Rather than delivering annual operating results or one-dimensional growth expectations, imagine if – as the Egon Zehnder article suggests – executives carried a value-creation target: a net present value (NPV) to help assess the potential additional worth a CEO would bring to a business. And what if that value-creation target was calculated on both internal and external measures? The potential CEO’s net present value could be calculated before they were appointed to ensure clarity for the individual, the business and the employees about what is being asked of the CEO in terms of their performance. It would be so powerful to share internally what the success measures are for the top role.

For those charged with employing a CEO, as part of the recruitment process they would then rate on a scale of one to 10 where that candidate sat in terms of leadership capability. This would mean that the CEO was accountable to their organisation directly. Each organisation would have a leadership review panel or committee which, in addition to the board and external stakeholders, measured the value of the leadership and CEO specifically.

Many would argue that the recruitment of a CEO is already a long, laborious process, and that once engaged there is an ongoing performance review process – there may even be 360-degree feedback. But what I am suggesting is different, as it takes accountability to another level entirely.

It could be an opportunity to close the leadership gap that exists in so many organisations – the gap between the ‘leaders’ and the ‘doers’, where employees don’t understand the strategy, are confused about it or, worse still, don’t believe in it. This internal accountability measure might close the gap and make employees feel they have a mechanism to feed back to the CEO and leadership team outside of the obligatory feedback survey. If CEOs had a number, a net present value, then all stakeholders could see, measure and hold them accountable to it.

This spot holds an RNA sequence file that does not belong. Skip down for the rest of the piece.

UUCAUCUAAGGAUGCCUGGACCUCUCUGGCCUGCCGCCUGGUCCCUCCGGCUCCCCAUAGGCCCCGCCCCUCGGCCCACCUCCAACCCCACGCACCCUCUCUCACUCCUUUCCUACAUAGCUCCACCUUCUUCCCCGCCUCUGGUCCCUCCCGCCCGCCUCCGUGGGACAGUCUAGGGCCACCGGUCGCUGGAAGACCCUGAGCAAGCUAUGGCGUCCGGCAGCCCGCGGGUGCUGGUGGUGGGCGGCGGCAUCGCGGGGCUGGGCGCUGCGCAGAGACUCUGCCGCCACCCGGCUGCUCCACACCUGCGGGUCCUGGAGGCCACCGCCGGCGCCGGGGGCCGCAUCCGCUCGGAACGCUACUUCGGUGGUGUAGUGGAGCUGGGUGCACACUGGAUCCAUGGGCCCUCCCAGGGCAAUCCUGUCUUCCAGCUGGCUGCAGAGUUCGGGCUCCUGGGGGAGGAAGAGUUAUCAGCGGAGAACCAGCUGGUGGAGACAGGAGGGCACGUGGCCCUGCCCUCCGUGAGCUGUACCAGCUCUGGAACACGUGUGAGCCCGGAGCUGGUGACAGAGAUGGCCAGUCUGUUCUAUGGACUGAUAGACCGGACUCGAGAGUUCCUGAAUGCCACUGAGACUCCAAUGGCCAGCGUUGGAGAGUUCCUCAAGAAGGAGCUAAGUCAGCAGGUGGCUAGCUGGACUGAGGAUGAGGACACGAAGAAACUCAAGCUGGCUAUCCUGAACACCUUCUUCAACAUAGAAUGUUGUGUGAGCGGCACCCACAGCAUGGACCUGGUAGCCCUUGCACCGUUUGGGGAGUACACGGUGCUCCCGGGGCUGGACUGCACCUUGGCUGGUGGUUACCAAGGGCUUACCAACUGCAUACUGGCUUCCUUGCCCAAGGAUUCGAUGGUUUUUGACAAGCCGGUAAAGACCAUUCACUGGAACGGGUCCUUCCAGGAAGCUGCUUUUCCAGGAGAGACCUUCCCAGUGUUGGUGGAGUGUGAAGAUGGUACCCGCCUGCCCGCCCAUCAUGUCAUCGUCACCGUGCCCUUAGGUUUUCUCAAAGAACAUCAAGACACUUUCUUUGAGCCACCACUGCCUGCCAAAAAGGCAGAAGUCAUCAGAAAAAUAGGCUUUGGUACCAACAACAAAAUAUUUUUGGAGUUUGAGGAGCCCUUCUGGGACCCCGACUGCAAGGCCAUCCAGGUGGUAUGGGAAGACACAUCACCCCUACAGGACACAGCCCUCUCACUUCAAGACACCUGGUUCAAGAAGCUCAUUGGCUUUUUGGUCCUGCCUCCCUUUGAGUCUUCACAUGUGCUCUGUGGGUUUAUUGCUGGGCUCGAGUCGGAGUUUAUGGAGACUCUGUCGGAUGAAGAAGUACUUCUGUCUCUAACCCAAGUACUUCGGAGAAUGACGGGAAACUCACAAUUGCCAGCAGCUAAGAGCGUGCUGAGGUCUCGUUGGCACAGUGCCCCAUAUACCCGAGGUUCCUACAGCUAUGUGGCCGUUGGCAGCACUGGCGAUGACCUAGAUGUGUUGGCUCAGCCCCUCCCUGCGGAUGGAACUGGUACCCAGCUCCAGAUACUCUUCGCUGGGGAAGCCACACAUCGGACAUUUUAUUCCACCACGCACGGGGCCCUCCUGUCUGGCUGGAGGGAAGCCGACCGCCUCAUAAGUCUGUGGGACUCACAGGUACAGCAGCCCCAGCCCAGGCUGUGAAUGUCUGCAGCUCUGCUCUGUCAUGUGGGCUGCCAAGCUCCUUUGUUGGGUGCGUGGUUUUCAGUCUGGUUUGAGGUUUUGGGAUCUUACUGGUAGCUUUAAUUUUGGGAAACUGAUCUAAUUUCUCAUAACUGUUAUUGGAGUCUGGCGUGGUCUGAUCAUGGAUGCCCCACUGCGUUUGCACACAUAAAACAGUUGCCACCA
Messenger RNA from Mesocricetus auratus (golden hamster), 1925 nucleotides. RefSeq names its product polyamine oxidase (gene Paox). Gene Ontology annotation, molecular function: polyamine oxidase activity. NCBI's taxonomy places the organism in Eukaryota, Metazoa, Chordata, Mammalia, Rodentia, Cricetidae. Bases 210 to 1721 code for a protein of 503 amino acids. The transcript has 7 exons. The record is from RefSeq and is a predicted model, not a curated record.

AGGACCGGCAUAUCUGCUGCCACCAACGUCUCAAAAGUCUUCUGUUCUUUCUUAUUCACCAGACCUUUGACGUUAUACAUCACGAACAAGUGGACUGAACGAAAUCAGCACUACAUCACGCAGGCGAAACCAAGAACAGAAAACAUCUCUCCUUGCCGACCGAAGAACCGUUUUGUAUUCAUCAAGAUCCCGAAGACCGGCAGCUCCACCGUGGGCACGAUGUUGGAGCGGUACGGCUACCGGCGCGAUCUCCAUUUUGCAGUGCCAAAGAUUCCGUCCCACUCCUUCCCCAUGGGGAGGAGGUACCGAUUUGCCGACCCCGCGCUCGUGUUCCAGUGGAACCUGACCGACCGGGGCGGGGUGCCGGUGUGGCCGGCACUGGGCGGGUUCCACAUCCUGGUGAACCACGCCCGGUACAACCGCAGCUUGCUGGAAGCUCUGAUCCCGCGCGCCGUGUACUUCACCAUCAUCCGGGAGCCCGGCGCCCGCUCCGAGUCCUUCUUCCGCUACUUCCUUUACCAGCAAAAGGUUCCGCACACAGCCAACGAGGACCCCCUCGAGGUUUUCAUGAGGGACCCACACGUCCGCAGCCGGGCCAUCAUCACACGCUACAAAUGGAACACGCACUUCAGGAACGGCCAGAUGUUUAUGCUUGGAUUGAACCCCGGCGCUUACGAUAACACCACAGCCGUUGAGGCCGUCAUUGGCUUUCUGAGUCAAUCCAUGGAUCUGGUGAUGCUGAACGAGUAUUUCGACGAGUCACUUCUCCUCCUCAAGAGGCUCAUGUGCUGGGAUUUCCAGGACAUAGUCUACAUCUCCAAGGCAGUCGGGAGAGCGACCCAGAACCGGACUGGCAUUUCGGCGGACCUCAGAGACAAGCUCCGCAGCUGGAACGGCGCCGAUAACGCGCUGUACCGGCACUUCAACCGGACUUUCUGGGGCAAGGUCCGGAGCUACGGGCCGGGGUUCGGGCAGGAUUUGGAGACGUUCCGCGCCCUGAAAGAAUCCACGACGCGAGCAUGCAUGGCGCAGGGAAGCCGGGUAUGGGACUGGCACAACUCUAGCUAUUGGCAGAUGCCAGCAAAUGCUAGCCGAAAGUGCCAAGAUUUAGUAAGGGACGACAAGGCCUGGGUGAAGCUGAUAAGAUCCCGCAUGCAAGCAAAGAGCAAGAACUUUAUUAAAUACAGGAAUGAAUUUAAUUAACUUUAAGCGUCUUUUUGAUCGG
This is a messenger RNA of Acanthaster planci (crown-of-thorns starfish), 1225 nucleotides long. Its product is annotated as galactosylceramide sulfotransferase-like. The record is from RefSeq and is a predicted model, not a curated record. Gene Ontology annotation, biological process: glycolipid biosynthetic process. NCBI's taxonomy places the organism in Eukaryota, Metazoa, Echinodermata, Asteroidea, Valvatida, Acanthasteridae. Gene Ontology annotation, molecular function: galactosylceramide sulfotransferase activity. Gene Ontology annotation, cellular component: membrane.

Setting the tone

Egon Zehnder explains in its article the model it uses to assess candidates’ suitability for CEO roles – that is, the CEO’s NPV, which is their projected value creation divided by the leadership risks. The projected value creation depends largely on the CEO’s capacity to create a performance culture that permeates the entire company.

Creating a culture of success from the CEO down helps to drive value through the business. It’s not good enough simply to pay lip-service to success; the CEO needs to drive the business forward by getting out and talking to customers, employees and industry partners every day. Having these conversations would also mean the CEO was able to pivot and transform the organisation’s strategy when needed, to predict requirements in their market, and to provide an opportunity for employees to help spot such changes.

Shining a light on the CEO, being clear about what is expected – and, more importantly, what is delivered – might help eradicate some of the issues such as the all too common financial disaster that happened on the CEO’s watch.

We should think about installing a CEO ‘success-o-meter’ in the employees’ shared space, where the CEO’s impact is measured, to be shared by the internal review committee. It could be a better motivator than another ping-pong table; it might also get a higher staff engagement score.

Paula Kensington FCCA is an award-winning CFO and finance futurist at IT and services group Bulletproof, Sydney, Australia.